Background & aims: Intestinal epithelial cells constitute a barrier between host and external milieu and can play a role in signaling the influx of leukocytes during the acute mucosal inflammatory response. To further explore this role, the regulated expression of twelve C-X-C, C-C, and C-chemokines by human colon epithelial cells was characterized.
Methods: Chemokine production was assessed in HT-29 and Caco-2 human colon epithelial cells that were infected with Salmonella dublin or stimulated with interleukin 1 alpha or tumor necrosis factor alpha and in freshly isolated human colon epithelial cells by quantitative reverse-transcription polymerase chain reaction and enzyme-linked immunosorbent assay.
Results: Expression of the neutrophil chemoattractants GRO-alpha, GRO-gamma, and interleukin 8 increased rapidly (2-3 hours) but transiently after infection or proinflammatory agonist stimulator. In contrast, expression of another neutrophil chemoattractant, epithelial cell-derived neutrophil activator 78, was delayed for 6-10 hours, and secretion continued to increase for 24 hours after infection. Among C-C chemokines known to chemoattract different leukocyte populations, monocyte chemotactic peptide 1 was rapidly expressed, whereas RANTES was up-regulated with delayed kinetics. Freshly isolated colon epithelial cells produced an array of chemokines similar to the cell lines, as well as macrophage inflammatory proteins 1 alpha and 1 beta.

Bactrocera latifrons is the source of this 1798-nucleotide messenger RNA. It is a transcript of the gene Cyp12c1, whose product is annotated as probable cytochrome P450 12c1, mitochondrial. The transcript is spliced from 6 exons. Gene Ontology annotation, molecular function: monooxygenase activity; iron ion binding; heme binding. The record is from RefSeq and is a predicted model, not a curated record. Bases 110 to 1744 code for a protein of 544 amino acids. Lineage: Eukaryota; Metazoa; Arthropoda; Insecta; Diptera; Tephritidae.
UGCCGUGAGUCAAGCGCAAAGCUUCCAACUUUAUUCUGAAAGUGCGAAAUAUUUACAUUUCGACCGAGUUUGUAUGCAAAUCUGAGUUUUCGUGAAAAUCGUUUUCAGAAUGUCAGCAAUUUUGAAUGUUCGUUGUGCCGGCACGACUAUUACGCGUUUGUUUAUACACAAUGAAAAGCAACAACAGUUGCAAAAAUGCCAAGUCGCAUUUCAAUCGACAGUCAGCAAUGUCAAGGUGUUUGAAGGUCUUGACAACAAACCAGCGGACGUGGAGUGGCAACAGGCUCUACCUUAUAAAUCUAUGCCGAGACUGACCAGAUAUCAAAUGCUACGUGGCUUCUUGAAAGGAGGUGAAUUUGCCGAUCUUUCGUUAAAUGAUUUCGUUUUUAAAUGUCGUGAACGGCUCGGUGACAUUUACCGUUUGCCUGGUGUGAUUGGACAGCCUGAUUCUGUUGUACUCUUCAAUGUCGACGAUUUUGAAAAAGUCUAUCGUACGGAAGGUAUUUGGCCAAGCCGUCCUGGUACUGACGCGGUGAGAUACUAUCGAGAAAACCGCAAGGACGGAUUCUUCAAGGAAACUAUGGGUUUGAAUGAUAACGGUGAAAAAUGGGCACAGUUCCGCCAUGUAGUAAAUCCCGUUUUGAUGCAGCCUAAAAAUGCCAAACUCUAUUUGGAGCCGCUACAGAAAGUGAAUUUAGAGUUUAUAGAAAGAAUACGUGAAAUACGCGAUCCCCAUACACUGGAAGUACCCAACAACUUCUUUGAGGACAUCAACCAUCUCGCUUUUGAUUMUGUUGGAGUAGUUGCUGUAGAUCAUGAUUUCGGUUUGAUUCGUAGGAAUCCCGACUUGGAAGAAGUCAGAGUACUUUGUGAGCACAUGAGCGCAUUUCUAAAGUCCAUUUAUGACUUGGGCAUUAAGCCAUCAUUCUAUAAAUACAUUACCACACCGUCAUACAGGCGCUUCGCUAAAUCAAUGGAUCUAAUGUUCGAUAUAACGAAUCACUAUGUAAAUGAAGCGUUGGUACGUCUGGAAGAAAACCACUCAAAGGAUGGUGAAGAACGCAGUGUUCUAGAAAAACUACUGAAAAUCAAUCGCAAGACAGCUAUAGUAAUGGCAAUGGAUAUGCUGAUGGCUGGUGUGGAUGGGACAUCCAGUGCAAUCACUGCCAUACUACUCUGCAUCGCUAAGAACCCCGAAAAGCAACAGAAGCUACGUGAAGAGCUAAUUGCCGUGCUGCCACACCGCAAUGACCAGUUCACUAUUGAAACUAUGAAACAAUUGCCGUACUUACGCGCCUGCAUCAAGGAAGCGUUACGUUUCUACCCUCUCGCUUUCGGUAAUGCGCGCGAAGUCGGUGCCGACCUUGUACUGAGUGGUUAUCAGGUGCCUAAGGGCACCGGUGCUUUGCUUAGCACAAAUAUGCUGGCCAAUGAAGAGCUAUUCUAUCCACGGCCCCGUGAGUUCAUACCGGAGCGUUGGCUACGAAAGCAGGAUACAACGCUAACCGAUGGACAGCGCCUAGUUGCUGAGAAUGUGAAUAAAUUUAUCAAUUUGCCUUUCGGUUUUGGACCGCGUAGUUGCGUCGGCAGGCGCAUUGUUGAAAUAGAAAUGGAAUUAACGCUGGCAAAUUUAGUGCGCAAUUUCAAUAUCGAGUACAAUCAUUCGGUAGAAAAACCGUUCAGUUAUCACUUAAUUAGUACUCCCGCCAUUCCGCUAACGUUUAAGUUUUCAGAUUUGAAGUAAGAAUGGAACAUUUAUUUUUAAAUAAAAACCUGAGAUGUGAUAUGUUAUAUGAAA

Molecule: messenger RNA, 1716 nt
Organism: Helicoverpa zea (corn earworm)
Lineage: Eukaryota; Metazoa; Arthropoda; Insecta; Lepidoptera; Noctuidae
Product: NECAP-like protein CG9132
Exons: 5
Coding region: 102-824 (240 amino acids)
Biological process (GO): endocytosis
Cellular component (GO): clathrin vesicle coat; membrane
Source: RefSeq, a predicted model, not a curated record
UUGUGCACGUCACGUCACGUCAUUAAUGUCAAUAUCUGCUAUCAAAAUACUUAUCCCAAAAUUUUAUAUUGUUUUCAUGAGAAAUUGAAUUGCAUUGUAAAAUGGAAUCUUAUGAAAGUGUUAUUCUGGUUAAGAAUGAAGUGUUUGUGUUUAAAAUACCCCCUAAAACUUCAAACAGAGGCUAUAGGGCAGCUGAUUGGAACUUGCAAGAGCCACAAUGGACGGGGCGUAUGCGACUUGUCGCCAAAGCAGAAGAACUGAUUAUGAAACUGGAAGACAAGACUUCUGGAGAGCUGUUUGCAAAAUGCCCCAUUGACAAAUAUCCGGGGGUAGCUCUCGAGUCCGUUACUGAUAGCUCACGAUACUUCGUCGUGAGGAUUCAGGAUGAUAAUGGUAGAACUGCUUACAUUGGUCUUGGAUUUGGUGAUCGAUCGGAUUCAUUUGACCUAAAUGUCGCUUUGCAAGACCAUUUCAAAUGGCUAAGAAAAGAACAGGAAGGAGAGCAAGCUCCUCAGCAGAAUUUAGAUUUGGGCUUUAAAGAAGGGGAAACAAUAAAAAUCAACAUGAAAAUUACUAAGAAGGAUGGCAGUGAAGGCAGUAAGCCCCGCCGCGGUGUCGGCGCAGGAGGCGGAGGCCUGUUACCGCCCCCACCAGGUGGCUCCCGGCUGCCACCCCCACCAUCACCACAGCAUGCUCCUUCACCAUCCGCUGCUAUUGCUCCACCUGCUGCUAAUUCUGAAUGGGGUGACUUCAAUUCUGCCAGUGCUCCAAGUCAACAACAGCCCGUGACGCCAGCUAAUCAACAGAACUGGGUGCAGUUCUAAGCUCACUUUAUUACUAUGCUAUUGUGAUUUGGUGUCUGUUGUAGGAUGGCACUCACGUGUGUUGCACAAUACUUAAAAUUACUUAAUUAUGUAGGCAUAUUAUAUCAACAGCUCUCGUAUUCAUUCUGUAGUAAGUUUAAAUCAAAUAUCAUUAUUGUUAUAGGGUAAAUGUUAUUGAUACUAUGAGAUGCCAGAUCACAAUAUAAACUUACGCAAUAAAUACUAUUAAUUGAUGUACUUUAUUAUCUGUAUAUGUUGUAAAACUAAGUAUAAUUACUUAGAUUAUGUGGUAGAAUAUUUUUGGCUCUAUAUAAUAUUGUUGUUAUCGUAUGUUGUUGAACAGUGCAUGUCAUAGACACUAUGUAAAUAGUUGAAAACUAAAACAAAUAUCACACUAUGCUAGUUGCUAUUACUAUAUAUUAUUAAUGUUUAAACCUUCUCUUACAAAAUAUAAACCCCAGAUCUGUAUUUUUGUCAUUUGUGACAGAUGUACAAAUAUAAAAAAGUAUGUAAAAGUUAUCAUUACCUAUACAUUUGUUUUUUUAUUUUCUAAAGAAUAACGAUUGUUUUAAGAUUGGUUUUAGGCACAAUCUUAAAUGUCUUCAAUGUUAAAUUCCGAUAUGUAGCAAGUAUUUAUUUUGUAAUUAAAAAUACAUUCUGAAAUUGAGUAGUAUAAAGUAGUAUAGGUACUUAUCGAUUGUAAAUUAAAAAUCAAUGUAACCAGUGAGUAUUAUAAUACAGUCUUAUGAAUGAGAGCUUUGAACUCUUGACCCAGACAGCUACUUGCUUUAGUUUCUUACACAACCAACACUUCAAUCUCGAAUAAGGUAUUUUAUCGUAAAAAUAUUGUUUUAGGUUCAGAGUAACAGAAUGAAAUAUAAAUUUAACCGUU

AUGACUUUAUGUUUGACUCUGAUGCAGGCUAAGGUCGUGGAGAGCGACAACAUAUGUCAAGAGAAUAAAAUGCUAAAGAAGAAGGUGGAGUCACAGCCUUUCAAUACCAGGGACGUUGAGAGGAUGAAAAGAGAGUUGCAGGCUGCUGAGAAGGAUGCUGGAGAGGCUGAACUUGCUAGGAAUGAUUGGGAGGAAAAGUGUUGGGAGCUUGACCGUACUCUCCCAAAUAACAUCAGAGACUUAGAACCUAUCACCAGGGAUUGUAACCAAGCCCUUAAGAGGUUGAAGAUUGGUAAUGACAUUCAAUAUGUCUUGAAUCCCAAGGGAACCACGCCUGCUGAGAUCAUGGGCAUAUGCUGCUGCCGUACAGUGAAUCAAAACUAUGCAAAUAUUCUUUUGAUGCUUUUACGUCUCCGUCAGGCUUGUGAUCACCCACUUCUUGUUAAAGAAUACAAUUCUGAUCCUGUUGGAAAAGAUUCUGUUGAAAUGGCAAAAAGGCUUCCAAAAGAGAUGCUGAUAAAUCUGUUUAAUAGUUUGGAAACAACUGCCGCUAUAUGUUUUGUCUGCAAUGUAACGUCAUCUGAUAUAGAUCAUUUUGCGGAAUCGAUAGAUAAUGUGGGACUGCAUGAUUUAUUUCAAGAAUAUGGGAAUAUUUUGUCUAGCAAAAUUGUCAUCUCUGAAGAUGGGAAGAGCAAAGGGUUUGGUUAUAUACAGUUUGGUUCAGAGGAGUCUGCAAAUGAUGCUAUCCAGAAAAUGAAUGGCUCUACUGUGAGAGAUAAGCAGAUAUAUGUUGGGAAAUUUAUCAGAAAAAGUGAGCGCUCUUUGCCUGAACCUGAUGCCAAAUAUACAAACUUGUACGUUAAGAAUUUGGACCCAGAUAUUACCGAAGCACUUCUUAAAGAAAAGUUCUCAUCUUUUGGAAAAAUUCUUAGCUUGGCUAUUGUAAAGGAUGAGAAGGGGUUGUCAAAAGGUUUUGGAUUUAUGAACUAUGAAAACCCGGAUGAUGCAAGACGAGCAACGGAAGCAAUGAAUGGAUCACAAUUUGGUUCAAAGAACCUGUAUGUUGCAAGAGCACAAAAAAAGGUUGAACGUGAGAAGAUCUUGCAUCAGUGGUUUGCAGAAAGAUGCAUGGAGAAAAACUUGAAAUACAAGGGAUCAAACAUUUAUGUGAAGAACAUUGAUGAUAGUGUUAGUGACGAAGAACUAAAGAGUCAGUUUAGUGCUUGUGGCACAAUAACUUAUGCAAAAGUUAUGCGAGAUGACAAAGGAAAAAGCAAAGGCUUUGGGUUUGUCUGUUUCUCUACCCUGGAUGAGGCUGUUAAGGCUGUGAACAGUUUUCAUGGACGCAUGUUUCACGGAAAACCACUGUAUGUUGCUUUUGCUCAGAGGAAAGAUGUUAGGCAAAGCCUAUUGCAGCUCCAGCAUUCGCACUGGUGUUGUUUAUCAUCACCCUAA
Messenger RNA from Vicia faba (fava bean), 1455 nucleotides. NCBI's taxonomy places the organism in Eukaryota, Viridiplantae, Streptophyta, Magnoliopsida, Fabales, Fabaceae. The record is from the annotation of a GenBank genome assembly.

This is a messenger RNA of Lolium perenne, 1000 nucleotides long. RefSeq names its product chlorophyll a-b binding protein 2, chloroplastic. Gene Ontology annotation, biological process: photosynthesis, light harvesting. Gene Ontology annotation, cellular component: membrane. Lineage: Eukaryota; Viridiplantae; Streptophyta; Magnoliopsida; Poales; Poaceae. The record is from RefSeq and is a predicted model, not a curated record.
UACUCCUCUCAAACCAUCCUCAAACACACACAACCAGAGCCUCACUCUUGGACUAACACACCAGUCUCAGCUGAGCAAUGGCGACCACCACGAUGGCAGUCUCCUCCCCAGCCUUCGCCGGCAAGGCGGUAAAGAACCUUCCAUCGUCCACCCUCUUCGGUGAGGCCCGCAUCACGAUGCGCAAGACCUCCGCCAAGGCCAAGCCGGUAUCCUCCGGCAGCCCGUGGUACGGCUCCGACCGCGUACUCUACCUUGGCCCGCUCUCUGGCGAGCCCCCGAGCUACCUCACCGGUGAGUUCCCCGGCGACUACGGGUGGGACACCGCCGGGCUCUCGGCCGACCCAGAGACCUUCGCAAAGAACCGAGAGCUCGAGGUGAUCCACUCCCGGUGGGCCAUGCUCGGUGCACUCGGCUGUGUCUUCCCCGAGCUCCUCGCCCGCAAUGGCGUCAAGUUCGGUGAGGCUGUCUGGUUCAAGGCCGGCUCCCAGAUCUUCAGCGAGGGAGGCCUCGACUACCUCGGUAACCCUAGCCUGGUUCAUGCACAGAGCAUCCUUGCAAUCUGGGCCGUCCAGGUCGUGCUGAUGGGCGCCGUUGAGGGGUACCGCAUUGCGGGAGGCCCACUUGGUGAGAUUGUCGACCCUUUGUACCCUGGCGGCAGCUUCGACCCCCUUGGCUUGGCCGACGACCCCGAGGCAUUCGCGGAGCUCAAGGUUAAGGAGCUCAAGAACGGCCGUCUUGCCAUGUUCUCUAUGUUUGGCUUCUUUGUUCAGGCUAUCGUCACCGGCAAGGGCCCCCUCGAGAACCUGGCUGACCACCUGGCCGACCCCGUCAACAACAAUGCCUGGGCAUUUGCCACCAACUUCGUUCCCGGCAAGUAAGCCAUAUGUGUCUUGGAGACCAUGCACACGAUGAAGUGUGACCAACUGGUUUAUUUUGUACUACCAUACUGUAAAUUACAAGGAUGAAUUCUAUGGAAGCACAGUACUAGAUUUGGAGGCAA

Conclusions: These data suggest that regulated chemokine production by epithelial cells results in temporal and spatial mucosal chemokine gradients that are important in both early and later phases of the mucosal inflammatory response.